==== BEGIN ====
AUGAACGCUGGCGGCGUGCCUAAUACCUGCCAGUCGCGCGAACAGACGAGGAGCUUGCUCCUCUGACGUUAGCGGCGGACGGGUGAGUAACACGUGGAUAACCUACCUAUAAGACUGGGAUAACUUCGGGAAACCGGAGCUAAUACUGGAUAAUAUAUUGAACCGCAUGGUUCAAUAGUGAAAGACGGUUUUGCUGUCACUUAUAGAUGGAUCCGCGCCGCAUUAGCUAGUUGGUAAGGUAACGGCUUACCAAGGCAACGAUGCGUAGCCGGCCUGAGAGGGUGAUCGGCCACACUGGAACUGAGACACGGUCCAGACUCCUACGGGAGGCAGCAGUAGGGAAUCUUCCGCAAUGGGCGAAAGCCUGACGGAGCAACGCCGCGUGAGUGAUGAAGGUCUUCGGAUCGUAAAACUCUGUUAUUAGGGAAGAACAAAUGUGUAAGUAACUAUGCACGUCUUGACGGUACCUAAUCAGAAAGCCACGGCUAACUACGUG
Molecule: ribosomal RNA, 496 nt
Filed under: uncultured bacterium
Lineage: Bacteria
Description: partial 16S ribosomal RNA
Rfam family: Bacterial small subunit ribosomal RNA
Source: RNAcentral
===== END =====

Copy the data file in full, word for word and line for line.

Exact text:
AUGAACGCUGGCGGCGUGCCUAAUACCUGCCAGUCGCGCGAACAGACGAGGAGCUUGCUCCUCUGACGUUAGCGGCGGACGGGUGAGUAACACGUGGAUAACCUACCUAUAAGACUGGGAUAACUUCGGGAAACCGGAGCUAAUACUGGAUAAUAUAUUGAACCGCAUGGUUCAAUAGUGAAAGACGGUUUUGCUGUCACUUAUAGAUGGAUCCGCGCCGCAUUAGCUAGUUGGUAAGGUAACGGCUUACCAAGGCAACGAUGCGUAGCCGGCCUGAGAGGGUGAUCGGCCACACUGGAACUGAGACACGGUCCAGACUCCUACGGGAGGCAGCAGUAGGGAAUCUUCCGCAAUGGGCGAAAGCCUGACGGAGCAACGCCGCGUGAGUGAUGAAGGUCUUCGGAUCGUAAAACUCUGUUAUUAGGGAAGAACAAAUGUGUAAGUAACUAUGCACGUCUUGACGGUACCUAAUCAGAAAGCCACGGCUAACUACGUG
Molecule: ribosomal RNA, 496 nt
Filed under: uncultured bacterium
Lineage: Bacteria
Description: partial 16S ribosomal RNA
Rfam family: Bacterial small subunit ribosomal RNA
Source: RNAcentral